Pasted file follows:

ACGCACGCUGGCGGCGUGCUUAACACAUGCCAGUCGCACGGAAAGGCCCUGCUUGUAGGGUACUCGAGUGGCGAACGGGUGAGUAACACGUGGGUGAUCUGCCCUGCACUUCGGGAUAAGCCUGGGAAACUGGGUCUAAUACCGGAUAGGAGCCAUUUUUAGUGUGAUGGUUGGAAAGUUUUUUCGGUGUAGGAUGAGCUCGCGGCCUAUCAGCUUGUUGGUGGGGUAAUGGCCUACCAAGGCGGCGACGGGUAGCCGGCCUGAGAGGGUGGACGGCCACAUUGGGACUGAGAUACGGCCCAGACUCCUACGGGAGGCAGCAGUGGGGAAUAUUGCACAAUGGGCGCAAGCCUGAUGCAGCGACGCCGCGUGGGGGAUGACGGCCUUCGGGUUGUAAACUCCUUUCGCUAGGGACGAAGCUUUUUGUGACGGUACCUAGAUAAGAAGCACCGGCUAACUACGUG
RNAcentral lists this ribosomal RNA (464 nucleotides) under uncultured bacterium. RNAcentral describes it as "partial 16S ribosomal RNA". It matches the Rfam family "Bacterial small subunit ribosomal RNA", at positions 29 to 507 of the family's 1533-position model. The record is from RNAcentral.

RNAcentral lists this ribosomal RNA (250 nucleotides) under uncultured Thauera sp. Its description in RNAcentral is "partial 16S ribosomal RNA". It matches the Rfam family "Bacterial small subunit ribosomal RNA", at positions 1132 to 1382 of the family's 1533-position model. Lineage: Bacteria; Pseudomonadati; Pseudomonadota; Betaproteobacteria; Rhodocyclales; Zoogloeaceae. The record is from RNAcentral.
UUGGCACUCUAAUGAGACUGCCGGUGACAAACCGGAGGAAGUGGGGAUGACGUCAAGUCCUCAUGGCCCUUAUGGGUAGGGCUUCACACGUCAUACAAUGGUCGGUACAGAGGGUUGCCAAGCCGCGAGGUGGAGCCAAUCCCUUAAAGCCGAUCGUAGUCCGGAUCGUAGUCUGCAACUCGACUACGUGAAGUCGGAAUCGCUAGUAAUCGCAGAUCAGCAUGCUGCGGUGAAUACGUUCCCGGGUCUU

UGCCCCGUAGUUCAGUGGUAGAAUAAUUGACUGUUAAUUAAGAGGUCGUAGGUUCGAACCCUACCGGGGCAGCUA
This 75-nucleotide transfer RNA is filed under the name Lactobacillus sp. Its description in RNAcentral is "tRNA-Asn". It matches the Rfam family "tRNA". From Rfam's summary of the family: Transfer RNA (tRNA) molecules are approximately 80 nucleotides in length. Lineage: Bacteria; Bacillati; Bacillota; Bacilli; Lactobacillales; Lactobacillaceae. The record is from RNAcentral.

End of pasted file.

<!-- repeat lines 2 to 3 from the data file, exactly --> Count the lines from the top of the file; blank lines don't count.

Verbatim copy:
RNAcentral lists this ribosomal RNA (464 nucleotides) under uncultured bacterium. RNAcentral describes it as "partial 16S ribosomal RNA". It matches the Rfam family "Bacterial small subunit ribosomal RNA", at positions 29 to 507 of the family's 1533-position model. The record is from RNAcentral.

RNAcentral lists this ribosomal RNA (250 nucleotides) under uncultured Thauera sp. Its description in RNAcentral is "partial 16S ribosomal RNA". It matches the Rfam family "Bacterial small subunit ribosomal RNA", at positions 1132 to 1382 of the family's 1533-position model. Lineage: Bacteria; Pseudomonadati; Pseudomonadota; Betaproteobacteria; Rhodocyclales; Zoogloeaceae. The record is from RNAcentral.